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80 Million People Made to Drink Sewage in Vraja, India

By: for ISKCON News on May 25, 2012
World News
Photo Credits: Filip Cargonja
The river Yamuna is one of the two biggest rivers which flow through the world’s largest river basin -- The Ganga river Basin. This basin area is approximately 1,086,000 square kilometers and has a population of 500 million. This area is also the land to one of the most ancient civilization known.

As part of a timeless civilization, the river Yamuna, other than being a traditional water resource, is also a cultural icon and is worshipped as a goddess in Indian culture. A little inquiry into ancient Indian scriptures, rituals, art forms, traditional vocation, festivities or even the National Anthem shall vividly bring forward the esteem and glory that this grand River holds, even in present times. In Hinduism, many begin their day by chanting the glories of River Yamuna and any prayer to Lord Almighty is considered incomplete without salutations to the river. The river Yamuna is considered to be a favorite of Lord Himself so much so in thousands of temples of North India; the Deities are bathed daily with its waters. Many temple towns are situated along its banks that have their characters based on the river and its religious tourism, the most famous being Vrindavan, Mathura, Agra and Gokul.

However, it was unknown to the annual 80 million pilgrims and local residents of these towns alongside the river, who bathe and drink its water with faith and devotion, that what flows now in the river bed is actually nothing more than a mixture of domestic sewage and industrial effluents -- without one drop of original natural fresh water of the river.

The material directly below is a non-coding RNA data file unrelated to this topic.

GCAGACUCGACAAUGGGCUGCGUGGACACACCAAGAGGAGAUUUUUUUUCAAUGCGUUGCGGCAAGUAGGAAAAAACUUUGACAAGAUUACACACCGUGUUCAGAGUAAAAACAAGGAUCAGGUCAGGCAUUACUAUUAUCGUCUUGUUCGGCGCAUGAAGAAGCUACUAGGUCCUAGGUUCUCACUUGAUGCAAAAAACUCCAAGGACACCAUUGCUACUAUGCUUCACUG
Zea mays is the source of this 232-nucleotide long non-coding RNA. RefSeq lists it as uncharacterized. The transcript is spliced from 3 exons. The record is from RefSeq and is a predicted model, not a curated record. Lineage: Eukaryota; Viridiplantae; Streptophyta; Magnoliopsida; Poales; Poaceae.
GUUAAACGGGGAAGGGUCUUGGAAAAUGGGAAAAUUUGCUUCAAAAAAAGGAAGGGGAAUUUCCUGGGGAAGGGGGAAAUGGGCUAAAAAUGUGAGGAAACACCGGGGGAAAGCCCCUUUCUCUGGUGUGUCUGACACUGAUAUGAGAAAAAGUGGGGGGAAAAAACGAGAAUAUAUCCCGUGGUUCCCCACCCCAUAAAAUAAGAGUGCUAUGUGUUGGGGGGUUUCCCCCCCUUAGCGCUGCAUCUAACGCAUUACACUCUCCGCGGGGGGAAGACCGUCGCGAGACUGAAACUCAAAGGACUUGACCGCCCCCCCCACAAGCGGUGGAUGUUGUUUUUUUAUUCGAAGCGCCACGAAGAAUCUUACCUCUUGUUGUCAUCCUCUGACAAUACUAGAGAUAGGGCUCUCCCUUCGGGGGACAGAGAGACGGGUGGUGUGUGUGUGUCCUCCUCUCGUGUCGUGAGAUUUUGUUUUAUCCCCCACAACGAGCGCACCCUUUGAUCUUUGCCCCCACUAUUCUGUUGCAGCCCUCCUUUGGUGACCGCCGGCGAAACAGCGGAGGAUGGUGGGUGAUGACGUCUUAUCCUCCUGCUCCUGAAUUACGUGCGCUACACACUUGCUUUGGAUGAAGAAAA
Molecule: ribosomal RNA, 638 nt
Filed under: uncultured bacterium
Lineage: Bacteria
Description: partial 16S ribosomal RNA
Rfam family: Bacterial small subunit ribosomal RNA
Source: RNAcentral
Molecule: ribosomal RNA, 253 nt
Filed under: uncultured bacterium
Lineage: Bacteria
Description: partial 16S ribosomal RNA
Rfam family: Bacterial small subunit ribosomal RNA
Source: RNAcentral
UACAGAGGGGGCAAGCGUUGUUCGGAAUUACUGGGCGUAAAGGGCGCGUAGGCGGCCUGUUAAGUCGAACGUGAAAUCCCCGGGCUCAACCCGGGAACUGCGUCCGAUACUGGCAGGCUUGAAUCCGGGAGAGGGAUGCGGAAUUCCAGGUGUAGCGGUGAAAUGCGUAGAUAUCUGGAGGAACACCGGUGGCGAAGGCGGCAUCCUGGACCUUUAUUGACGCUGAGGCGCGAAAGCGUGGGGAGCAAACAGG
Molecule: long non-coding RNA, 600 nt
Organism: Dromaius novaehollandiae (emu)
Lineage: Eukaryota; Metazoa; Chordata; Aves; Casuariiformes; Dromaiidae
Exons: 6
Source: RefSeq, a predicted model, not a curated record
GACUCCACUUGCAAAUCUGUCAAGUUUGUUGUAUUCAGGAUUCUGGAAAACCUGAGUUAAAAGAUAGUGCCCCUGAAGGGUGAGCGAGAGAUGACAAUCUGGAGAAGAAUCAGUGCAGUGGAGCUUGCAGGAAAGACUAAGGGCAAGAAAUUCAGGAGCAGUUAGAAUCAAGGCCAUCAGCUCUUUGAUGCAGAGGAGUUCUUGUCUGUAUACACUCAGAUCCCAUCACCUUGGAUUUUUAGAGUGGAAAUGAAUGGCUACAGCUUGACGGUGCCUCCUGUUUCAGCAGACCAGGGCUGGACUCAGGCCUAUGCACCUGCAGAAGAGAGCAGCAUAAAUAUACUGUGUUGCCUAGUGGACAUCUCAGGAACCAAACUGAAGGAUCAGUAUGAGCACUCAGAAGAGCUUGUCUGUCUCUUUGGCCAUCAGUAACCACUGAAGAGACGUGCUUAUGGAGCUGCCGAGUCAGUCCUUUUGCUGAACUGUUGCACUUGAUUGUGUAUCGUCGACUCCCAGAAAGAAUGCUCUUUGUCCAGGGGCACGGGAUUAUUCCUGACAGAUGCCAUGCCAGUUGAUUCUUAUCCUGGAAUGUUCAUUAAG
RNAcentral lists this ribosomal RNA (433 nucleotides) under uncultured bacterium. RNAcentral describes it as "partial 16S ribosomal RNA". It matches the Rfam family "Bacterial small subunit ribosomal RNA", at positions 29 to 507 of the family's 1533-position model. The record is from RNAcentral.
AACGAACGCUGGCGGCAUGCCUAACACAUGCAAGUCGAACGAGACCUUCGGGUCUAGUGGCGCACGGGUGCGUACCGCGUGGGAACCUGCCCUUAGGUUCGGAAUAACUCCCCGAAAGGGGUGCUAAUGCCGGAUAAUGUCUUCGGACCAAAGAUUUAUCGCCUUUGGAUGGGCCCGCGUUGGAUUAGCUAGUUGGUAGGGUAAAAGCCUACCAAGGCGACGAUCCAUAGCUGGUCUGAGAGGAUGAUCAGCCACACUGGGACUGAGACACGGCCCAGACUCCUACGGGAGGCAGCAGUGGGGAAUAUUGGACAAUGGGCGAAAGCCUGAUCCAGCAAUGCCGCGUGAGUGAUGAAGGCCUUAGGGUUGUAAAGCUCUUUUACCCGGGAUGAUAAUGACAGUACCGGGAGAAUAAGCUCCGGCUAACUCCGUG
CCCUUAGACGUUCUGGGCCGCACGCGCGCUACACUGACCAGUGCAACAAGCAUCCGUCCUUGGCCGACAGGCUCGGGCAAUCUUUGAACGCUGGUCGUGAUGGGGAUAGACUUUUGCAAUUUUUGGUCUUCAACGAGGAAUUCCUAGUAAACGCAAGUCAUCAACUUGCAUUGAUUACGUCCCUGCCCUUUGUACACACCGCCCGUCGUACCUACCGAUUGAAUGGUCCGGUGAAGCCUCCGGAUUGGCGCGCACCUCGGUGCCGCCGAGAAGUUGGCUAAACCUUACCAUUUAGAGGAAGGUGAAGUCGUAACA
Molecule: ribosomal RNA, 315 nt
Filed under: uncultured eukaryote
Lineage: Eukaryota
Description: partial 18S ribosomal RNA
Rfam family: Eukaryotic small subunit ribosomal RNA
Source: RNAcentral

The ecological impact has been immense. The aquatic wildlife has been disappearing as fishes, turtles, alligators and others dependant on fresh river water have been dying in the toxic industrial pollutants and sewage. The world famous Taj Mahal situated on its banks is also under a threat. Architects fear that a dried-out Yamuna river bed would weaken the wood-based foundation of the Taj Mahal, which requires moisture.

People's health has been affected by regularly contracting water borne diseases.

Some more facts:

• Almost, 97% of river Yamuna's natural fresh water is taken away after a few kilometers of its source (total river length being 1375 km). The rest of the water dries up within the next 15 kilometers. The river is dead. Not a drop of original river water remains in the river bed after that point. What remains is only human, industrial and agricultural waste, the sacred river transforms into an open flow of sewage.

• The withdrawal of water is made in the name of irrigation, industrial development. The water supply has been grossly mismanaged with little or no accountability.

• What flows beyond Delhi and is found in Vraja Vrindavan is simply partially treated sewage of the Shahdra drain of Delhi and other smaller drains.

• Millions of religious/spiritual tourist visit three important temple towns after Delhi on River Yamuna every year. Up until now, none of them has realized that what they have been taking their ritual baths in, is not sacred water, but poisonous sewage. Their spiritual emotions and faith are being disrespected. There is another 60 million of people depend on the river for bathing and drinking water.

ISKCON's Governing Body Commission has made a resolution to join the Save Yamuna campaign.

Anyone who supports the cause, is requested to sign the petition on this link:

http://www.saveyamuna.org/sign-yamuna-petition




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